because of the fiddly nature of the gimbal I don’t think it’s worth it you

Focal Length Explained 1 – Don’t just zoom – MOVE!

Focal Length Explained 1 – Don’t just zoom – MOVE!


Quite often when you go out shooting
with your camera you’ll probably see a scene that you think’s interesting; frame
it up a bit and then zoom around with your zoom to try and get the composition
that you want, but there is a much better way of doing things than this. If you
consider your zoom as a selection of prime lenses, by prime lenses I mean
lenses which can’t zoom, they have fixed focal lengths like 18, 40, 50, 90, 150 whatever it may be. If you use a prime lens you can’t zoom
so you have to move yourself backwards and forwards in order to frame the shot
that you want. When you start controlling your focal length you can control what
the picture looks like, what’s in it and what isn’t, but how do you know which
focal length you’re going to need for which shot that you’re going to take? I’m
going to show you but to do so I’m going to need a nice, friendly, helpful
assistant called Natasha. Hello Nat! This is Jane’s daughter Natasha and
she’s kind of… well I guess I’m your evil stepdad am I that bad?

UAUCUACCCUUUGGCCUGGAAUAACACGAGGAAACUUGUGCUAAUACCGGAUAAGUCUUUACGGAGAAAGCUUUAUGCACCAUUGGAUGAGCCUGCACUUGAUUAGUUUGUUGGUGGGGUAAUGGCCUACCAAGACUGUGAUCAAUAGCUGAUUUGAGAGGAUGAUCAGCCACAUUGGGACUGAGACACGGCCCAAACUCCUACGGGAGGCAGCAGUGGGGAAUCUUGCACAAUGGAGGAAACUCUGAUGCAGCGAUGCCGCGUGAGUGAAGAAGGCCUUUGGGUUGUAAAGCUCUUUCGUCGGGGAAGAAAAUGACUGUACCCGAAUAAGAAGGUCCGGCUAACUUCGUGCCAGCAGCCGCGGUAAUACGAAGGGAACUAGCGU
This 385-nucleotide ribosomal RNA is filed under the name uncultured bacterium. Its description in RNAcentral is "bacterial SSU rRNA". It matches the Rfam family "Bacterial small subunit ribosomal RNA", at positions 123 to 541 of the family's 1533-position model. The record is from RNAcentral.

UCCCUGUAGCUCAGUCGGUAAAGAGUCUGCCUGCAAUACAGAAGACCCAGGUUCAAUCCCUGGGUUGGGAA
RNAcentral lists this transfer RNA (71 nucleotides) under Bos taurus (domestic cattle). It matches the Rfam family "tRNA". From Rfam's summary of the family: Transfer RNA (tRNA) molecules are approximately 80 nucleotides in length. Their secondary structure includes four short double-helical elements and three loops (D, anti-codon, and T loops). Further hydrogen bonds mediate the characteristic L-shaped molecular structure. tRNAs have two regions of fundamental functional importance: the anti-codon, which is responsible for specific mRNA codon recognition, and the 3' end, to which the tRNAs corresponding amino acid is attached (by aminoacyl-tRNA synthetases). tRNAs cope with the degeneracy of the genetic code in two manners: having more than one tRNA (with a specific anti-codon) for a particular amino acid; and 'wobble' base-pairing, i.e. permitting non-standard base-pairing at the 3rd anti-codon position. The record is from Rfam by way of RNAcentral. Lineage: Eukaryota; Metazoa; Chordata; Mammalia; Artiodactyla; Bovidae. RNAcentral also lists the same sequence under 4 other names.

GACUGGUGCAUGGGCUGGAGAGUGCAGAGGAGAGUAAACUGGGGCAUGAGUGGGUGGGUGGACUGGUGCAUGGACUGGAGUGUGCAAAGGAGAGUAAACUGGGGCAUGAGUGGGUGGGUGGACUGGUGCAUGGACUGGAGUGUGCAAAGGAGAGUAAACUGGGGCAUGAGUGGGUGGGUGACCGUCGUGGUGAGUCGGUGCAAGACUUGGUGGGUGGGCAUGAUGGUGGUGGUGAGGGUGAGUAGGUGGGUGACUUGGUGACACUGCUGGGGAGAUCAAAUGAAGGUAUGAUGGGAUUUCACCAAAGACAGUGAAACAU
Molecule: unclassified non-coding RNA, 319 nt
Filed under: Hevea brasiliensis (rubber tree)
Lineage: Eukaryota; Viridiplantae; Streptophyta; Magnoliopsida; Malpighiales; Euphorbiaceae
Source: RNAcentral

– Ahhh I can put up with you Mike Ah she’s sweet! Right Nat, could you come and stand here for a moment, go that way
a little bit, there we go – perfect. supposing Natasha and I were standing in our own the garden or something rather than in the street which is a little odd,
I might just think ‘Ah there’s Nat, that would make a nice picture’ stand there and zoom
around and just sort of zoom in and out like that and take a picture and it’s
going to be okay, but I could get a better result if I chose the focal
length for the shot. I’m going to show you a little exercise here which I would
like you to repeat afterwards. What I’m going to do is take the same picture of
Natasha over and over again but at different focal lengths, so you can see
what happens to the environment around her. Now this is going to involve a bit of
lens changing and fiddling around so you may have to bear with me for a minute.
Nat can we go over here? The reason I’ve chosen in the middle of a street is
because you need somewhere which has got sides that go off into the distance and
that has an end behind. Now it’s really important when you compose your shot that you compose it exactly the same each time, so I’m going to give Natasha probably about
a hands width of sky above her head, that’s going to be the very top of the
picture and the bottom of the picture is going to be this seam at the top of
her dress – that will be at the bottom of the frame each time. So first off 10
millimeters, now I’ve got to get right into your personal space here Nat to get the
seam at the top of your dress and only a handful of sky there it is – oop no – there it is – perfect. Now zoom the lens, I’m going to double it to 20 millimeters and do the same thing.
Now that’s made Nat come closer so I’ve got to move back a bit and that’s
only subtle – there it is. All right now we’re going to a longer